DRM Analysis from Stardock CEO

Climber

Supreme [H]ardness
Joined
Jul 27, 2007
Messages
5,283
Found here. Felt this was a pretty good article in light of AC2, which BradWardell had some harsh words for, and some of the other moves coming out by developers. Lots of good discussion and some funny crap as well.

Here is a line by Brad Wardell:
... Companies like Stardock Entertainment and Good Old Games say they're listening, however, and they believe abandoning the arms race entirely is a better business decision than trying to stay ahead of software criminals. Wardell claims sales have actually improved since the company relaxed their DRM policies.
 

WiLLiSTER

2[H]4U
Joined
Mar 24, 2008
Messages
2,702
I've said it before and I'll say it again. I really think that companies just need to make better quality games and maybe drop the initial price a tad bit. It was mentioned in the article that Modern Warfare 2 was the most pirated game of 09, but had they not screwed us over with the multiplayer, I would be willing to bet a lot more people would have bought it. I played it at my friends house and the single player was one of my favorite experiences in an fps, but with the short comings in multiplayer, I couldn't justify buying a copy for myself.

Regardless of the drm used (or not used) pirates will still do their thing. Companies just have to focus on what will bring in buyers.
 

quadnad

Supreme [H]ardness
Joined
Oct 24, 2005
Messages
7,656
It was mentioned in the article that Modern Warfare 2 was the most pirated game of 09, but had they not screwed us over with the multiplayer, I would be willing to bet a lot more people would have bought it. I played it at my friends house and the single player was one of my favorite experiences in an fps, but with the short comings in multiplayer, I couldn't justify buying a copy for myself.

Just because part of the game isn't up to a person's standards doesn't mean that they're free to download it. For those looking to play multi-player, yes the lack of dedicated servers hurt, but then again you knew that going in! It means you make the choice, do I still want to buy this game, even though I'm only really interested in the single-player campaign? If you don't believe the SP campaign will be enough to justify what you would have to pay for it, then you don't play the game.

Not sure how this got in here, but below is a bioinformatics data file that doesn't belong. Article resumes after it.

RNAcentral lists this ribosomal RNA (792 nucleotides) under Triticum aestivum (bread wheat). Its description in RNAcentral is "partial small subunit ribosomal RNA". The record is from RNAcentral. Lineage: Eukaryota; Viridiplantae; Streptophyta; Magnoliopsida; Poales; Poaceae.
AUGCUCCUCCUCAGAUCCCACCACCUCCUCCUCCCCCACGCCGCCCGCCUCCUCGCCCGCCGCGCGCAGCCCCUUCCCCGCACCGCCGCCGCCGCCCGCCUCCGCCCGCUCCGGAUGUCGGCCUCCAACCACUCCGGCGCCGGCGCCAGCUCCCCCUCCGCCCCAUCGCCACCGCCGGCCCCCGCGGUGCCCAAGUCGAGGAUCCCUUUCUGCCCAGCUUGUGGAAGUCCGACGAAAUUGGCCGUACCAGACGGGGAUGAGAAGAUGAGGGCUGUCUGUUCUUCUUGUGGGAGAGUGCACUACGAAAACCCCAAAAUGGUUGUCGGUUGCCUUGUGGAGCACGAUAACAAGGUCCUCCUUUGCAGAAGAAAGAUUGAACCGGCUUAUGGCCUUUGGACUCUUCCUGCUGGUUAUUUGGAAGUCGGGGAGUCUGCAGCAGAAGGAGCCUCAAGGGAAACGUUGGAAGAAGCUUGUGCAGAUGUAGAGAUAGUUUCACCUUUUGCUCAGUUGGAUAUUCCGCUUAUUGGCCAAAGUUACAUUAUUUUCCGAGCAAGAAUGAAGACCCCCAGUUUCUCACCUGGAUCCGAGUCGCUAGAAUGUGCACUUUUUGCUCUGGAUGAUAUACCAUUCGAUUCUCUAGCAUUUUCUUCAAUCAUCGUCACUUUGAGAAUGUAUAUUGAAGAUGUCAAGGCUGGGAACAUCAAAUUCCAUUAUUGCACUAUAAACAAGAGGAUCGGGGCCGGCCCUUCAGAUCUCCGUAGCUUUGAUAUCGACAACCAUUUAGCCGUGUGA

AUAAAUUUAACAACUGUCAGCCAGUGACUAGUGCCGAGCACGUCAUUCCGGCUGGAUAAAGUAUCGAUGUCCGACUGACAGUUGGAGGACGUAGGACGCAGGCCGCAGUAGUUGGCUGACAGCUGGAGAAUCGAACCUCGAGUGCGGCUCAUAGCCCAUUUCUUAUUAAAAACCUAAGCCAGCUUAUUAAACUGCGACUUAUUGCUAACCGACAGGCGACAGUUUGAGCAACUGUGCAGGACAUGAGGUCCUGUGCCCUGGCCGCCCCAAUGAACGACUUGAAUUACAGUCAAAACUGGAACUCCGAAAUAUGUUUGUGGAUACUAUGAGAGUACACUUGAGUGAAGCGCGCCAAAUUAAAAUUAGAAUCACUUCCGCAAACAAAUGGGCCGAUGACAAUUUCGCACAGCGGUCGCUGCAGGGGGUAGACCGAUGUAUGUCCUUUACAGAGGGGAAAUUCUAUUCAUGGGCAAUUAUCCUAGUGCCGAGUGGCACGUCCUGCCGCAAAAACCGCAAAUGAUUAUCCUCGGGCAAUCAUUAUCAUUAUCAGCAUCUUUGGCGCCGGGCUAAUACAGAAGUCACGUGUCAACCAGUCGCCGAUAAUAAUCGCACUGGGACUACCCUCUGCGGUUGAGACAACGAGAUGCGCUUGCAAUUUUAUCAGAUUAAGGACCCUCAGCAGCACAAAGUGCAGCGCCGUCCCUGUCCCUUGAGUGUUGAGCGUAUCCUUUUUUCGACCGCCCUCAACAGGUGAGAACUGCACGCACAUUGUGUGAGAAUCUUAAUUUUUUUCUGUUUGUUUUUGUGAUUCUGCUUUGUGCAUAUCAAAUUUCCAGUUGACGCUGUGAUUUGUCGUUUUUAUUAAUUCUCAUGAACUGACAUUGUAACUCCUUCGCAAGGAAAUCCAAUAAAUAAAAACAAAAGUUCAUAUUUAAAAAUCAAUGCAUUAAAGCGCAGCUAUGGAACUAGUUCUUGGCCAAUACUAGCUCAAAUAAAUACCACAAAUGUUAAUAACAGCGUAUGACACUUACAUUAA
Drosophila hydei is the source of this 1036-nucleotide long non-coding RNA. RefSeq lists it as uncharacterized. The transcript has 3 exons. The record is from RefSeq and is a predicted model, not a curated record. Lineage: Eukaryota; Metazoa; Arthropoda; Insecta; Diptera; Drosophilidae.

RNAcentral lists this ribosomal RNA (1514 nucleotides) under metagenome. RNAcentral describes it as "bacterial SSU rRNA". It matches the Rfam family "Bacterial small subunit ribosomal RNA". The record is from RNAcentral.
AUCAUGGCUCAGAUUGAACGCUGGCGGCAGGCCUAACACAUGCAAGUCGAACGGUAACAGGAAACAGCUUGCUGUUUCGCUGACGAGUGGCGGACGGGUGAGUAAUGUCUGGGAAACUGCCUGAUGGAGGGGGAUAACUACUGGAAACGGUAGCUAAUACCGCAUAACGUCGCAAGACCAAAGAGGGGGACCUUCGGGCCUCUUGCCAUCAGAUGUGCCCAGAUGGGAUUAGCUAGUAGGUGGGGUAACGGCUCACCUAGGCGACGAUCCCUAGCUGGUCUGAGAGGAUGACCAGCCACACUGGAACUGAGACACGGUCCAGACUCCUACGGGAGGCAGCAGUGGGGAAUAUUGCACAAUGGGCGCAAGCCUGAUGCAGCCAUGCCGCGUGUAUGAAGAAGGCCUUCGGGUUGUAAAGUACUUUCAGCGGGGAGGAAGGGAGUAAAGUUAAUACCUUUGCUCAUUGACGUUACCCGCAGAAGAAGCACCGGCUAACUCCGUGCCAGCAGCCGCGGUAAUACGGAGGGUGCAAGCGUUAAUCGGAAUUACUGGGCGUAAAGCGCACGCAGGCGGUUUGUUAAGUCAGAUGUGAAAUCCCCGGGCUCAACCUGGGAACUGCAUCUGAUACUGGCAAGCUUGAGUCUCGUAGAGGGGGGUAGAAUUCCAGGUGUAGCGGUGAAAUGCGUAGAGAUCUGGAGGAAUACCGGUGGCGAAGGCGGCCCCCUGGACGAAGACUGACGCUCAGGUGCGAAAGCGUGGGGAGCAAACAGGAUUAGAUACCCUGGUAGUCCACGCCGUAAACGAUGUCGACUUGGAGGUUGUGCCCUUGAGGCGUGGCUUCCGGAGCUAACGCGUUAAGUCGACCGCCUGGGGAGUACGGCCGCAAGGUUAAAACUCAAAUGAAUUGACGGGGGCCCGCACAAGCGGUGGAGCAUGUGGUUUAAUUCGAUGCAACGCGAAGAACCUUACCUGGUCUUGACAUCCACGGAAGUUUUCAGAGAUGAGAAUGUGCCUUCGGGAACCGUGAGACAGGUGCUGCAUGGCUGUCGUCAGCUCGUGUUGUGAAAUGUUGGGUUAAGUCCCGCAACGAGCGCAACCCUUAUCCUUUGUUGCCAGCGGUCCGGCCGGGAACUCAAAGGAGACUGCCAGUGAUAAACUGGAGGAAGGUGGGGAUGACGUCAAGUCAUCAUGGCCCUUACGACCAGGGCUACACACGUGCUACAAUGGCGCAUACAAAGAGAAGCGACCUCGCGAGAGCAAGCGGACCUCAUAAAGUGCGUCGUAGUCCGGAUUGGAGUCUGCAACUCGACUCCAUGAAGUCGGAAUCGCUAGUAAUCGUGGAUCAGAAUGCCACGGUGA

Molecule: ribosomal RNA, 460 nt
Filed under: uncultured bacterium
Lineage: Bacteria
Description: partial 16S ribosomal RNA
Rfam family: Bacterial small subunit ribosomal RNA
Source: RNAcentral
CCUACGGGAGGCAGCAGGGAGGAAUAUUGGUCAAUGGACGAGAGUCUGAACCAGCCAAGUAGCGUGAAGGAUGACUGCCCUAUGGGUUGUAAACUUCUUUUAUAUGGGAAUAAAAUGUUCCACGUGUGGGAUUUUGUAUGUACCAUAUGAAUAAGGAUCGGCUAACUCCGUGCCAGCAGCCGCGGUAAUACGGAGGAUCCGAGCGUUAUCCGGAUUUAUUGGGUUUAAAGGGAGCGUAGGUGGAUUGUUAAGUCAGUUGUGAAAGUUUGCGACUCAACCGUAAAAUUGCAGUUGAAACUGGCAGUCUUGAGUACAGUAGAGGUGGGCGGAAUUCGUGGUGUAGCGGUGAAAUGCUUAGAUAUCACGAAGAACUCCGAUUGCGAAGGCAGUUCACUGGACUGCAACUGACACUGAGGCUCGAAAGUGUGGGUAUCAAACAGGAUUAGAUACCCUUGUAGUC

Something people seem to gloss over is that no matter the reason, piracy is not ok. You are effectively taking something you didn't pay for, and moreover giving publishers additional ammunition to either A. create more restrictive DRM or B. leave the platform entirely.

I thought it was a fine article, but I do think this is a topic that has been beaten to death. There appears to be one constant: games will be cracked and made available at some point. It looks like publishers are really looking for ways to prevent the Day 1 pirates, who they presumably believe are most affecting their game sales, with the intention of patching out the DRM scheme weeks/months into the game's life cycle. Forcing a constant internet connection doesn't sound like something that can't be cracked, more like something that will piss off legitimate gamers. Hopefully there will be a way to strike a balance between security and convenience.
 

MrGuvernment

Fully [H]
Joined
Aug 3, 2004
Messages
20,571
Thats the problem, so many people complains that X feature isnt in X game and they wont buy it, and then on release day they own it, most people just jump on the bandwagon and talk crap to try and fit in.

To this day i still down own MW2 and i likely never will.

MW2 would of been pirated no matter what, cause it was the most HYPED game of 09, dedicated servers or not, it still would of been pirated and been the highest, what many fail to see is people who usually download a game, planned to download it no matter what, they can use the excuse of "it had no dedicated servers" but even if it did, they still would of downloaded it, period, end of story.
 

quadnad

Supreme [H]ardness
Joined
Oct 24, 2005
Messages
7,656
MW2 would of been pirated no matter what, cause it was the most HYPED game of 09, dedicated servers or not, it still would of been pirated and been the highest, what many fail to see is people who usually download a game, planned to download it no matter what, they can use the excuse of "it had no dedicated servers" but even if it did, they still would of downloaded it, period, end of story.

I agree, and I think that's overlooked when people quote it as "most pirated."
 

Neb

2[H]4U
Joined
Mar 13, 2000
Messages
3,320
"I'd buy more shit if the system wasn't so stupid," he says. ManCat has been illegally downloading movies, music and games for more than 10 years, claiming restrictive DRM policies are his primary motivation for theft. "If I download something legally from iTunes or Steam, I don't have full control over my own purchase; I'm not allowed to transfer my music between machines or loan my game to a friend. Perversely, if I pirate a game or a movie I can do whatever I want with that file."